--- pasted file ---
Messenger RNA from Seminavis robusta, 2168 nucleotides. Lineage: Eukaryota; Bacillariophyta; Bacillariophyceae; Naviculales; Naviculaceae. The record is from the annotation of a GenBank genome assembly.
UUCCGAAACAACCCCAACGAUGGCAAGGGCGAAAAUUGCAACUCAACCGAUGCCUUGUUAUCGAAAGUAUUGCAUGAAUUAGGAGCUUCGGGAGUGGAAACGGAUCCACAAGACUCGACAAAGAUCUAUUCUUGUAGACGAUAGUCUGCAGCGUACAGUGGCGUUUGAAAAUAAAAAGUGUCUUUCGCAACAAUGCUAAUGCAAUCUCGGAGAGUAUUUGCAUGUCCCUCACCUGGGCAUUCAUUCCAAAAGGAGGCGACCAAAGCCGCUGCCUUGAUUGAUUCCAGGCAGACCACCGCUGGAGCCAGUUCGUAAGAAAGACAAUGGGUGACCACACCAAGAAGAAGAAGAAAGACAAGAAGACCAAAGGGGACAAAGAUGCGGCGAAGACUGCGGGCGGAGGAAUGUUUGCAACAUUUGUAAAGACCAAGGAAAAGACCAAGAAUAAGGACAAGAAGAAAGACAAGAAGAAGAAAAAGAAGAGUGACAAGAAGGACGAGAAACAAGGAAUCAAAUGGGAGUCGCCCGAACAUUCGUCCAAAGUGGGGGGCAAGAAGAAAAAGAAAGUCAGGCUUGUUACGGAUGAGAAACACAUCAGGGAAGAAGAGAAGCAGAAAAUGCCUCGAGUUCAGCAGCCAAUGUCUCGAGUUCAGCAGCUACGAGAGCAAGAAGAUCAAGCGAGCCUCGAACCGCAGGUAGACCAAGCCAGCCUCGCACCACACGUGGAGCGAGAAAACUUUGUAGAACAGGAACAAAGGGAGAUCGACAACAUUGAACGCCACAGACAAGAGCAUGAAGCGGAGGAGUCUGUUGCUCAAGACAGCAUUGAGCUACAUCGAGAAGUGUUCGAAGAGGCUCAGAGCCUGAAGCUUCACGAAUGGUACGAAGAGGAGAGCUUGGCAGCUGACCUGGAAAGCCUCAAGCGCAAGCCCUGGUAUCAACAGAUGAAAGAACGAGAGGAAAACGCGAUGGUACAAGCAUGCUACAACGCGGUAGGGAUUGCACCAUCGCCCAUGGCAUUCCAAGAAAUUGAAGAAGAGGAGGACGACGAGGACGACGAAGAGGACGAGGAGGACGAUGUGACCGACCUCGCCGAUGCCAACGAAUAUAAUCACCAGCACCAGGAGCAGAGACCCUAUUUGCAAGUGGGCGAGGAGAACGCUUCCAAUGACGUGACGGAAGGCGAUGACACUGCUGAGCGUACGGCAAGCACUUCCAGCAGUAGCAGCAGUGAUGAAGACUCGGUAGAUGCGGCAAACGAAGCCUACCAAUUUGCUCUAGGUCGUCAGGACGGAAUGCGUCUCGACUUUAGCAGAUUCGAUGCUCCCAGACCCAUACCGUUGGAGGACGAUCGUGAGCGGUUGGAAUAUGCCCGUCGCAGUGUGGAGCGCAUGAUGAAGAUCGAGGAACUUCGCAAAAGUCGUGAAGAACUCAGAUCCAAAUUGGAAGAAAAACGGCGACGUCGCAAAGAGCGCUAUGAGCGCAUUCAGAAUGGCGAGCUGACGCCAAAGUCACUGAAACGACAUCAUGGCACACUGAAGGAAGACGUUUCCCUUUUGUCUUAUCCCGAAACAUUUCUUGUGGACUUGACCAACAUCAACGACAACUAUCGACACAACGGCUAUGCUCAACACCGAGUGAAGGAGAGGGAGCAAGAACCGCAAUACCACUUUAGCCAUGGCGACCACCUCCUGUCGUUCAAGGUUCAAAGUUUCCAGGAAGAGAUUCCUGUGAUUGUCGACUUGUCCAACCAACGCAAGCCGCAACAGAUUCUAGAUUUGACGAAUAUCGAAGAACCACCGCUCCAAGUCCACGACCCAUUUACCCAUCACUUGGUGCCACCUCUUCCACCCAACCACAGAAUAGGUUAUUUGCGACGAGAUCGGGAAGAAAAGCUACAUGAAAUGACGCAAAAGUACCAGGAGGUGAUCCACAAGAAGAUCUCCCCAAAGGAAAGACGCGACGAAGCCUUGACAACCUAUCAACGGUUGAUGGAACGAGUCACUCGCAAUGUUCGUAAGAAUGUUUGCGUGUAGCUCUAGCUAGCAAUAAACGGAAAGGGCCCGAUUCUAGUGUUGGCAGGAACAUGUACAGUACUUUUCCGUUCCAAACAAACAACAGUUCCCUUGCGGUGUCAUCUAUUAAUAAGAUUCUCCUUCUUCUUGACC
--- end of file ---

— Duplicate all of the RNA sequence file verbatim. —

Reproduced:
Messenger RNA from Seminavis robusta, 2168 nucleotides. Lineage: Eukaryota; Bacillariophyta; Bacillariophyceae; Naviculales; Naviculaceae. The record is from the annotation of a GenBank genome assembly.
UUCCGAAACAACCCCAACGAUGGCAAGGGCGAAAAUUGCAACUCAACCGAUGCCUUGUUAUCGAAAGUAUUGCAUGAAUUAGGAGCUUCGGGAGUGGAAACGGAUCCACAAGACUCGACAAAGAUCUAUUCUUGUAGACGAUAGUCUGCAGCGUACAGUGGCGUUUGAAAAUAAAAAGUGUCUUUCGCAACAAUGCUAAUGCAAUCUCGGAGAGUAUUUGCAUGUCCCUCACCUGGGCAUUCAUUCCAAAAGGAGGCGACCAAAGCCGCUGCCUUGAUUGAUUCCAGGCAGACCACCGCUGGAGCCAGUUCGUAAGAAAGACAAUGGGUGACCACACCAAGAAGAAGAAGAAAGACAAGAAGACCAAAGGGGACAAAGAUGCGGCGAAGACUGCGGGCGGAGGAAUGUUUGCAACAUUUGUAAAGACCAAGGAAAAGACCAAGAAUAAGGACAAGAAGAAAGACAAGAAGAAGAAAAAGAAGAGUGACAAGAAGGACGAGAAACAAGGAAUCAAAUGGGAGUCGCCCGAACAUUCGUCCAAAGUGGGGGGCAAGAAGAAAAAGAAAGUCAGGCUUGUUACGGAUGAGAAACACAUCAGGGAAGAAGAGAAGCAGAAAAUGCCUCGAGUUCAGCAGCCAAUGUCUCGAGUUCAGCAGCUACGAGAGCAAGAAGAUCAAGCGAGCCUCGAACCGCAGGUAGACCAAGCCAGCCUCGCACCACACGUGGAGCGAGAAAACUUUGUAGAACAGGAACAAAGGGAGAUCGACAACAUUGAACGCCACAGACAAGAGCAUGAAGCGGAGGAGUCUGUUGCUCAAGACAGCAUUGAGCUACAUCGAGAAGUGUUCGAAGAGGCUCAGAGCCUGAAGCUUCACGAAUGGUACGAAGAGGAGAGCUUGGCAGCUGACCUGGAAAGCCUCAAGCGCAAGCCCUGGUAUCAACAGAUGAAAGAACGAGAGGAAAACGCGAUGGUACAAGCAUGCUACAACGCGGUAGGGAUUGCACCAUCGCCCAUGGCAUUCCAAGAAAUUGAAGAAGAGGAGGACGACGAGGACGACGAAGAGGACGAGGAGGACGAUGUGACCGACCUCGCCGAUGCCAACGAAUAUAAUCACCAGCACCAGGAGCAGAGACCCUAUUUGCAAGUGGGCGAGGAGAACGCUUCCAAUGACGUGACGGAAGGCGAUGACACUGCUGAGCGUACGGCAAGCACUUCCAGCAGUAGCAGCAGUGAUGAAGACUCGGUAGAUGCGGCAAACGAAGCCUACCAAUUUGCUCUAGGUCGUCAGGACGGAAUGCGUCUCGACUUUAGCAGAUUCGAUGCUCCCAGACCCAUACCGUUGGAGGACGAUCGUGAGCGGUUGGAAUAUGCCCGUCGCAGUGUGGAGCGCAUGAUGAAGAUCGAGGAACUUCGCAAAAGUCGUGAAGAACUCAGAUCCAAAUUGGAAGAAAAACGGCGACGUCGCAAAGAGCGCUAUGAGCGCAUUCAGAAUGGCGAGCUGACGCCAAAGUCACUGAAACGACAUCAUGGCACACUGAAGGAAGACGUUUCCCUUUUGUCUUAUCCCGAAACAUUUCUUGUGGACUUGACCAACAUCAACGACAACUAUCGACACAACGGCUAUGCUCAACACCGAGUGAAGGAGAGGGAGCAAGAACCGCAAUACCACUUUAGCCAUGGCGACCACCUCCUGUCGUUCAAGGUUCAAAGUUUCCAGGAAGAGAUUCCUGUGAUUGUCGACUUGUCCAACCAACGCAAGCCGCAACAGAUUCUAGAUUUGACGAAUAUCGAAGAACCACCGCUCCAAGUCCACGACCCAUUUACCCAUCACUUGGUGCCACCUCUUCCACCCAACCACAGAAUAGGUUAUUUGCGACGAGAUCGGGAAGAAAAGCUACAUGAAAUGACGCAAAAGUACCAGGAGGUGAUCCACAAGAAGAUCUCCCCAAAGGAAAGACGCGACGAAGCCUUGACAACCUAUCAACGGUUGAUGGAACGAGUCACUCGCAAUGUUCGUAAGAAUGUUUGCGUGUAGCUCUAGCUAGCAAUAAACGGAAAGGGCCCGAUUCUAGUGUUGGCAGGAACAUGUACAGUACUUUUCCGUUCCAAACAAACAACAGUUCCCUUGCGGUGUCAUCUAUUAAUAAGAUUCUCCUUCUUCUUGACC